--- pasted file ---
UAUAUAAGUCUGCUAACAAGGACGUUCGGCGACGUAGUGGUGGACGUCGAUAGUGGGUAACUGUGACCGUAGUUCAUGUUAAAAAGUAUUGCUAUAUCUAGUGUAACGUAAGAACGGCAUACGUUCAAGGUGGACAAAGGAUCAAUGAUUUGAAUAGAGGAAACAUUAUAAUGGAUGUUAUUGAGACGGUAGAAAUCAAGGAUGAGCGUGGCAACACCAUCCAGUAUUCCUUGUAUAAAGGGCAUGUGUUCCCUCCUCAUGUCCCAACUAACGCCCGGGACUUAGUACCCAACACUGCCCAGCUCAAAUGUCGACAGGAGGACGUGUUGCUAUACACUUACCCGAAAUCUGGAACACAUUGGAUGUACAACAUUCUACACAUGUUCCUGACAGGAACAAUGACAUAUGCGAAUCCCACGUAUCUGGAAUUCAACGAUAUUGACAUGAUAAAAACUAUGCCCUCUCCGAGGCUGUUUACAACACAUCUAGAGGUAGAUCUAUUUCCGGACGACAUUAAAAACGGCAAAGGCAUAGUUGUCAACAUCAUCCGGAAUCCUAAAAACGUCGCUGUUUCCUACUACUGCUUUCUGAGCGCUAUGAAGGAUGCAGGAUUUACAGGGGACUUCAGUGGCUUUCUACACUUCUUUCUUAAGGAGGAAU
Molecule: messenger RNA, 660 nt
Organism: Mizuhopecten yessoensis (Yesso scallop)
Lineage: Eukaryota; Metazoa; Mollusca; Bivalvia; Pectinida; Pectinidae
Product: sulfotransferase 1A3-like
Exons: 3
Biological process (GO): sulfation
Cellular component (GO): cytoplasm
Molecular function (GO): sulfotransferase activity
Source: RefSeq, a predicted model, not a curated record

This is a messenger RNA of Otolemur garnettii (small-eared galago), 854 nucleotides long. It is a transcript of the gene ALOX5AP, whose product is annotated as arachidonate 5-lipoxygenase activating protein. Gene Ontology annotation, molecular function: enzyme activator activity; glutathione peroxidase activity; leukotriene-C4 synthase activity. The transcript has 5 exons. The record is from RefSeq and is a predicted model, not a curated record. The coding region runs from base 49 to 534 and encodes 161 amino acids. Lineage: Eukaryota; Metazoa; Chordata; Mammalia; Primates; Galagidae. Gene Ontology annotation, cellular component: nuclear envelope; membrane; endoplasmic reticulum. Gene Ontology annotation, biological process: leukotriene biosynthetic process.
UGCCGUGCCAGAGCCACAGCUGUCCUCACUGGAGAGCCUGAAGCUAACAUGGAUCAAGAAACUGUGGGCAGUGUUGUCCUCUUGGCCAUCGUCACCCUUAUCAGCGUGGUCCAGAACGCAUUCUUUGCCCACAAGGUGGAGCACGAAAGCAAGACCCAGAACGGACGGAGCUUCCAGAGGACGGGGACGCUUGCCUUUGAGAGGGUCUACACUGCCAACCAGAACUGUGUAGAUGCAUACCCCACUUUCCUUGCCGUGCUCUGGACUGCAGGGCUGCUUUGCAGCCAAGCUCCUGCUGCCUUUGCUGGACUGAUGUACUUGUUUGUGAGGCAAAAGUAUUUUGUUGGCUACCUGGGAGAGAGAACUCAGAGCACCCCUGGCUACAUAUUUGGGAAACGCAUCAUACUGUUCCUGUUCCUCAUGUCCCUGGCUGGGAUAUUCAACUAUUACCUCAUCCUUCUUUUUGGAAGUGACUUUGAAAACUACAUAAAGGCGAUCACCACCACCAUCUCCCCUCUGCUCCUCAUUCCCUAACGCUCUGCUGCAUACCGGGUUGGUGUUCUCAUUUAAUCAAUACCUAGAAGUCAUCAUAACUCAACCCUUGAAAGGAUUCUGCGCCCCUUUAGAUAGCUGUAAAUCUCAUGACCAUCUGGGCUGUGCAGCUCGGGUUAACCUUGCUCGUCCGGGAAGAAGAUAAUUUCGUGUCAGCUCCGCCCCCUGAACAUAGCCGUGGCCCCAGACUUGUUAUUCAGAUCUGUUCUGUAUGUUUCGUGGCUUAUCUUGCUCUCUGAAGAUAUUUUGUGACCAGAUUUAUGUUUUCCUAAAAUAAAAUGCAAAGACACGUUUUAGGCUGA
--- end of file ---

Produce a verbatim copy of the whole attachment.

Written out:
UAUAUAAGUCUGCUAACAAGGACGUUCGGCGACGUAGUGGUGGACGUCGAUAGUGGGUAACUGUGACCGUAGUUCAUGUUAAAAAGUAUUGCUAUAUCUAGUGUAACGUAAGAACGGCAUACGUUCAAGGUGGACAAAGGAUCAAUGAUUUGAAUAGAGGAAACAUUAUAAUGGAUGUUAUUGAGACGGUAGAAAUCAAGGAUGAGCGUGGCAACACCAUCCAGUAUUCCUUGUAUAAAGGGCAUGUGUUCCCUCCUCAUGUCCCAACUAACGCCCGGGACUUAGUACCCAACACUGCCCAGCUCAAAUGUCGACAGGAGGACGUGUUGCUAUACACUUACCCGAAAUCUGGAACACAUUGGAUGUACAACAUUCUACACAUGUUCCUGACAGGAACAAUGACAUAUGCGAAUCCCACGUAUCUGGAAUUCAACGAUAUUGACAUGAUAAAAACUAUGCCCUCUCCGAGGCUGUUUACAACACAUCUAGAGGUAGAUCUAUUUCCGGACGACAUUAAAAACGGCAAAGGCAUAGUUGUCAACAUCAUCCGGAAUCCUAAAAACGUCGCUGUUUCCUACUACUGCUUUCUGAGCGCUAUGAAGGAUGCAGGAUUUACAGGGGACUUCAGUGGCUUUCUACACUUCUUUCUUAAGGAGGAAU
Molecule: messenger RNA, 660 nt
Organism: Mizuhopecten yessoensis (Yesso scallop)
Lineage: Eukaryota; Metazoa; Mollusca; Bivalvia; Pectinida; Pectinidae
Product: sulfotransferase 1A3-like
Exons: 3
Biological process (GO): sulfation
Cellular component (GO): cytoplasm
Molecular function (GO): sulfotransferase activity
Source: RefSeq, a predicted model, not a curated record

This is a messenger RNA of Otolemur garnettii (small-eared galago), 854 nucleotides long. It is a transcript of the gene ALOX5AP, whose product is annotated as arachidonate 5-lipoxygenase activating protein. Gene Ontology annotation, molecular function: enzyme activator activity; glutathione peroxidase activity; leukotriene-C4 synthase activity. The transcript has 5 exons. The record is from RefSeq and is a predicted model, not a curated record. The coding region runs from base 49 to 534 and encodes 161 amino acids. Lineage: Eukaryota; Metazoa; Chordata; Mammalia; Primates; Galagidae. Gene Ontology annotation, cellular component: nuclear envelope; membrane; endoplasmic reticulum. Gene Ontology annotation, biological process: leukotriene biosynthetic process.
UGCCGUGCCAGAGCCACAGCUGUCCUCACUGGAGAGCCUGAAGCUAACAUGGAUCAAGAAACUGUGGGCAGUGUUGUCCUCUUGGCCAUCGUCACCCUUAUCAGCGUGGUCCAGAACGCAUUCUUUGCCCACAAGGUGGAGCACGAAAGCAAGACCCAGAACGGACGGAGCUUCCAGAGGACGGGGACGCUUGCCUUUGAGAGGGUCUACACUGCCAACCAGAACUGUGUAGAUGCAUACCCCACUUUCCUUGCCGUGCUCUGGACUGCAGGGCUGCUUUGCAGCCAAGCUCCUGCUGCCUUUGCUGGACUGAUGUACUUGUUUGUGAGGCAAAAGUAUUUUGUUGGCUACCUGGGAGAGAGAACUCAGAGCACCCCUGGCUACAUAUUUGGGAAACGCAUCAUACUGUUCCUGUUCCUCAUGUCCCUGGCUGGGAUAUUCAACUAUUACCUCAUCCUUCUUUUUGGAAGUGACUUUGAAAACUACAUAAAGGCGAUCACCACCACCAUCUCCCCUCUGCUCCUCAUUCCCUAACGCUCUGCUGCAUACCGGGUUGGUGUUCUCAUUUAAUCAAUACCUAGAAGUCAUCAUAACUCAACCCUUGAAAGGAUUCUGCGCCCCUUUAGAUAGCUGUAAAUCUCAUGACCAUCUGGGCUGUGCAGCUCGGGUUAACCUUGCUCGUCCGGGAAGAAGAUAAUUUCGUGUCAGCUCCGCCCCCUGAACAUAGCCGUGGCCCCAGACUUGUUAUUCAGAUCUGUUCUGUAUGUUUCGUGGCUUAUCUUGCUCUCUGAAGAUAUUUUGUGACCAGAUUUAUGUUUUCCUAAAAUAAAAUGCAAAGACACGUUUUAGGCUGA